The game itself was a bit of a revelation due to the exceptional form of the world champions and two of their players in particular – Messieurs Zidane et Henry. Zidane was simply on a different planet from the other players on the pitch. His touch, his vision, his trickery, his strength, his passing and his all round contribution was gob-smacking. Some of the little tricks and feints had the whole crowd gasping in admiration. We had a true great performing at the top of his game just yards away from us. Best of all though was his control and complete mastery of the football. Whether it was coming at him from fifty yards or five, dipping, at pace or spinning he was able to kill it stone dead or take it into his stride without even looking up. It bordered on the supernatural…
By contrast Henry’s qualities were more simple, they consisted of pace, pace and more pace. He was lethal, once he had half a yard on an opponent he was away and gone, they might as well have gone for a quiet lie down in a darkened room. In combination with the genius of Zidane in his pomp and an already excellent existing team their Danish opponents minus the Laudrup boys looked like they might get a good chasing. In the end they did, but not until they’d missed two golden opportunities to take the lead. The first came from a Desailly cock-up but the livewire Barthez smothered the threat, the second was so easy it took Sand almost by surprise and the chance was gone. Thereafter it was only a matter of time and on sixteen minutes they were punished.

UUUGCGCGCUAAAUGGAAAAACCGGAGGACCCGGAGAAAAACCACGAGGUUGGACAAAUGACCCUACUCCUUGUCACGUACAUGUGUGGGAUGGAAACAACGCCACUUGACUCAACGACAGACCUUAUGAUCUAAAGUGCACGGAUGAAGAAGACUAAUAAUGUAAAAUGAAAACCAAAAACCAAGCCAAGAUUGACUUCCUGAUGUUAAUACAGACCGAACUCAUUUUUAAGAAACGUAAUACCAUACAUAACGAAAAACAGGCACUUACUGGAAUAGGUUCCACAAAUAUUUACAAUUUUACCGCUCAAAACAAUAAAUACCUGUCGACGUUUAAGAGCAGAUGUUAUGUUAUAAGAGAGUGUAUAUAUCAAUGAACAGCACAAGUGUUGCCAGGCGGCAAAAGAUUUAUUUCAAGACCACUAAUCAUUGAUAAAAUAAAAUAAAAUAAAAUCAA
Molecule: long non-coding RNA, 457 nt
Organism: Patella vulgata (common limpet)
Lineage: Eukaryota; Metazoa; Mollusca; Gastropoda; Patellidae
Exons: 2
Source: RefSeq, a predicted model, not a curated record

Schmeichel the red-nosed reindeer had already seen Anelka round him and miss when again the grump from Madrid carved his way through. The ball was parried only for Blanc to steer home the rebound. Game over. The Danes tried hard thereafter but were simply out-classed. The French toyed arrogantly with them to such a degree that it was a miracle the score remained 1-0 at half-time. We just watched in awe whilst nurturing the forlorn hope that the Danes could sneak a goal just to see if the French would up another gear or three. The French actually took pity on the Danes but still added two more goals. Inevitably the first involved both Zidane and Henry on 64 minutes. “Zizou” put the speeding Henry through, Schmeichel stood his ground but the Arsenal player nonchalantly passed the ball into the corner of the net. The keeper ranted at his helpless defence and screamed at the heavens, he even shouted at a day-dreaming ball boy but it was no use. The rather clumsy substitute Wiltord tapped in a third goal in injury time which ended a move which had seen two French players in blatant off-side positions but the Danes were too punch drunk to care. Even the Danish fans were reduced to a stunned silence. Time to go in search of a pub with a television the Netherlands kicked off against the Czechs in less than an hour.
De Pub Full Of Gills